I quickly found the scale could be moved fast enough that the Arduino would skip some of the instances of CH A falling!! Grrrr. People said on the internet that the Arduino's interrupt would only take about 5 microseconds.

Out comes the oscilloscope (o'scope):
quad_a_leads_b_to_left_1024.jpg
What you can't see is that I was barely moving the sliding block to the left! And the scope is set to 1 milisecond per division, so that's about 1000 microseconds per trigger. When I move it faster but not trying to go really fast, I can tell it gets down to 5 microseconds pretty handily.

So what's next? The Arduino can't hang with reading the quadrature input directly. I read on the intarwebs that one can use a pair of D flip-flops to read the encoder, which then just sends UP or DOWN outputs to the Arduino. Sweet! I know I've got some 7474 ICs left from when I was a BSEE student... Yep, wasn't too hard to wire up on the breadboard and hook it up. MUCH better performance. I was almost convinced... until one time releasing the springs testing a belt, the block moved super-quickly. Sure enough, the readout was about 0.004" wrong. It managed to skip about 100 down pulses from the D-FF.

I Google, read intarwebs, and find out about the HCTL family of quadrature decoder and counter ICs!! Nice, there I go!! I get in a HCTL-2000 from Amazon or eBay and start setting it up. Oh, yeah, here's where we started this crap out... the CLOCK. Effing clock. So I work on getting the Arduino to output a clock from one of the few remaining pins on the poor damn thing. Turns out data pin 9 is connected to one of the onboard timers AND is also unused in my design! Sweet. Google, read, interwebs, blah blah. I can set up a timer that uses interrupts and route it to pin 9. I get that going, upload the code.... wait.... oh, this is too slow.... I watch the screen draw at like 10 pixels a second. The poor Arduino is fully taxed trying to run a 1 MHz clock.

Google, read, interwebs, blah blah, you can route the Arduino's onboard 16 MHz crystal to a pin but that requires burning new firmware into the processor, could ruin it, blah blah, need a FTDI blah blah. Open the data sheet for the HCTL family again. Oh, it only wants 14MHz. So that won't work.

The BSEE part of my brain was starting to come back to life and I knew we used 555 timer ICs for clocks. Thing is, they're only good to somewhere south of 1MHz... and 1MHz corresponds to a period of 1 microsecond. That's cutting it close! I tweak this 555 timer to very reliably get near 500kHz, or a 2 microsecond period. That took a whole day. And that is about the time that I realized I was going to need a better IC because the HCTL-2000's 12 bits weren't enough. Google, read, interwebs, blah blah, and I see that I can probably get a crystal of my own and then use a D-FF to step down its speed to clock the HCTL. Now I've got 3 components to add to the breadboard.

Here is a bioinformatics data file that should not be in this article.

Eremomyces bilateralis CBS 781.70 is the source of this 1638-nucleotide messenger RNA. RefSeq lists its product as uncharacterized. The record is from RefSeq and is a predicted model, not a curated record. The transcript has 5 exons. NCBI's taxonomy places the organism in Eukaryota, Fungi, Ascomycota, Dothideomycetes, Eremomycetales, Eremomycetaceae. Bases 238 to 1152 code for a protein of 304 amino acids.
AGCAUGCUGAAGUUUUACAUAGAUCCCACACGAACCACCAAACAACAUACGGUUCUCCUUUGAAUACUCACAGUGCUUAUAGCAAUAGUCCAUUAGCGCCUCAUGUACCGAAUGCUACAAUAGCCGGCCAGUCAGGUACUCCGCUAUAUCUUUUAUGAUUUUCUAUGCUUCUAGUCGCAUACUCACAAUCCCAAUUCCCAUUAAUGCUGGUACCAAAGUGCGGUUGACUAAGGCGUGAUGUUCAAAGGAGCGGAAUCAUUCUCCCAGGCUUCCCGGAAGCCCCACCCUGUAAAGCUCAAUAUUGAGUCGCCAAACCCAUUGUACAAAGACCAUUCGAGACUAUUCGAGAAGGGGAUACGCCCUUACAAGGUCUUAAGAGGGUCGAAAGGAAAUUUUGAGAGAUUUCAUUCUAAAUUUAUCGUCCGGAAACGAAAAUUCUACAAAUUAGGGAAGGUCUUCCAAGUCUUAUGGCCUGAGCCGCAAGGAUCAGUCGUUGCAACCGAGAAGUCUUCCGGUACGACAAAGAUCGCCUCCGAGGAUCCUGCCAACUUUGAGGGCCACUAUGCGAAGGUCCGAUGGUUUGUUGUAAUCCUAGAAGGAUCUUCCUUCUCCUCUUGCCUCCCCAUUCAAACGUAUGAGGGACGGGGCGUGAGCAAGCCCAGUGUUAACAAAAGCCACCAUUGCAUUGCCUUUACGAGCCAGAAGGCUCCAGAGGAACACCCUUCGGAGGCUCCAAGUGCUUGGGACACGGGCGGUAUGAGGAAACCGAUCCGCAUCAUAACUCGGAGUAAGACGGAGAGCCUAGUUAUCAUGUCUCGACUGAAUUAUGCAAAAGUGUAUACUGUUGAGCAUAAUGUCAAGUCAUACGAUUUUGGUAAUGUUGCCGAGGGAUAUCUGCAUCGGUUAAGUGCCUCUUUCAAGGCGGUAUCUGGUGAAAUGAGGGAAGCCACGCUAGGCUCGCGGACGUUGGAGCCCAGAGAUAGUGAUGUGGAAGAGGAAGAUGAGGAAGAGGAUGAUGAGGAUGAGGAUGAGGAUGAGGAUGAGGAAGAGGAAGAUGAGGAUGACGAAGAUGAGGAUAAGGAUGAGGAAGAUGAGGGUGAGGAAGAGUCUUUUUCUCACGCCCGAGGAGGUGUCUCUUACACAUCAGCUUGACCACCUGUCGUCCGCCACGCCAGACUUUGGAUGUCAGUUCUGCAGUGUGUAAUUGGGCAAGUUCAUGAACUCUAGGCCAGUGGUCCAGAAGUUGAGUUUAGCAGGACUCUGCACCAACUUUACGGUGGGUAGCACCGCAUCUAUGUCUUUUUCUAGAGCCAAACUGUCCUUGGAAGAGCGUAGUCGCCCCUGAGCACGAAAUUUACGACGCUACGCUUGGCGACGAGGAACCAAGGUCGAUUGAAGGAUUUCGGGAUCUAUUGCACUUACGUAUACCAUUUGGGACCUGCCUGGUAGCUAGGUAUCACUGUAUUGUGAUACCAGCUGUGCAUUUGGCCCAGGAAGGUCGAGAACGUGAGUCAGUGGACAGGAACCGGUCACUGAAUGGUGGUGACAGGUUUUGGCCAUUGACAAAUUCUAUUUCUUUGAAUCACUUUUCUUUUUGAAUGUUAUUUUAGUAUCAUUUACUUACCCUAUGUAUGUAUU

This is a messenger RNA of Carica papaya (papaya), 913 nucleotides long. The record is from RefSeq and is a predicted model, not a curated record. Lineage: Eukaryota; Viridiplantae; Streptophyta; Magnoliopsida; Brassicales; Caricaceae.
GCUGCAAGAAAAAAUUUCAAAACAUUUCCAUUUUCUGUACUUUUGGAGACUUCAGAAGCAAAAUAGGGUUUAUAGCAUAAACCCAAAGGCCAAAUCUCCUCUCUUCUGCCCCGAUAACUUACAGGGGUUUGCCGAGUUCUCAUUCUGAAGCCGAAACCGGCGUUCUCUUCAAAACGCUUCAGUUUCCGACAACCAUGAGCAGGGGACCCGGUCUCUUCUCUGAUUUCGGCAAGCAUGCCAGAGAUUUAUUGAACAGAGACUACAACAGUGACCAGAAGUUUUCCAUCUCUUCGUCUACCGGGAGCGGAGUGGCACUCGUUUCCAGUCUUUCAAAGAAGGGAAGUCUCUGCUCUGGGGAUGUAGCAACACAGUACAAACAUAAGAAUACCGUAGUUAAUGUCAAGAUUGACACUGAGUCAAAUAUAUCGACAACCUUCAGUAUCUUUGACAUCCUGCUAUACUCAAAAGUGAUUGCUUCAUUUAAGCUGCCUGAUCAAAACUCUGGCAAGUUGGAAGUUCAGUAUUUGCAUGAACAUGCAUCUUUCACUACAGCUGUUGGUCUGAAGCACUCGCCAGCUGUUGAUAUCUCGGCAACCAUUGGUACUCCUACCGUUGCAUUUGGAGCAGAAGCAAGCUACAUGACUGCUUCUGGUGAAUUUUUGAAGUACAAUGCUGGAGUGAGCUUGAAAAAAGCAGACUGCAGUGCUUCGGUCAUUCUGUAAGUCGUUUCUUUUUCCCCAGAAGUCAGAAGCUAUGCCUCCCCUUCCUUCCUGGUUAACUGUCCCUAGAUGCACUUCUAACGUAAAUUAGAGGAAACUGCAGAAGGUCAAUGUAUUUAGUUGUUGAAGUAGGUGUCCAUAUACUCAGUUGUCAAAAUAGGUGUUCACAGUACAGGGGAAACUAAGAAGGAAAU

That was when "Google, read, interwebs, blah blah" showed me the LSI corp LS7166. Datasheet comes up and hmmmm, no clock input?! Sweet! Because it is asynchronous, it is autonomous and can just sit there counting. Hmmm, 20 pins. 6 control pins(!) wth, I don't have that many outputs available. 8 data pins, Ah, ok 2 control pins, phew!

"So Chris, why didn't you just use Calipers like everyone else on the intarweebs?"

Well, actually, that's where I started:
tb_test_bench_proto_assembled.jpg
Shown is a 21 bit "Chinese scale" that needs a 9kHz clock of 21 pulses and replies with a binary number. This actually worked really well. Only over about 10 minutes of reading belts, it would develop an error of 0.001" to 0.002". Continued use continued the error growth. Because these are capacitive, they're not 100% positionally accurate. It's just like the cheapy DRO readout on my lathe. I always measure, double check, and reset the numbers before a final cut. Or it'll be a little bit off.

What about the DRO on my vertical milling machine... the Mitotoyo DRO is like forever accurate. Google, read interwebs, blah blah. That's called a glass scale...

cacycleworks
Posts: 19
Joined: Sat Jul 06, 2013 9:05 am

Re: Test bench for measuring timing belts lenghts

Post by cacycleworks » Wed Jul 17, 2013 11:05 pm

Andrew, if you're still reading, I notice that when I power up my eleven, a reset is always required. And then it is 6 seconds before the shield runs setup(). What am I doing wrong? :)

Thanks,
Chris

andrew
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Re: Test bench for measuring timing belts lenghts

Post by andrew » Tue Jul 23, 2013 7:53 am

Reset then six seconds? That's odd.
Can you check ifthe Eleven is getting 5V from power on, and that whatever is connected to the 5V pins isn't pulling more than say 200 mA?

cacycleworks
Posts: 19
Joined: Sat Jul 06, 2013 9:05 am

Re: Test bench for measuring timing belts lenghts

Post by cacycleworks » Wed Jul 24, 2013 10:21 pm

I am powering the DRO glass scale and the LS7166 IC. The behavior is the same if I plug in 12V 1A or run from the wall wart 5V 1A into the USB. (I mention all this in case it makes a difference) We'll see the next time I mess with it if I can try pulling the socket on the IC and/or disconnecting the DRO scale to check for differences in 1st time power on...

Thanks,
Chris

harry56
Posts: 4
Joined: Tue Jul 11, 2017 10:50 am

Re: Test bench for measuring timing belts lenghts

Post by harry56 » Wed Jul 12, 2017 3:34 am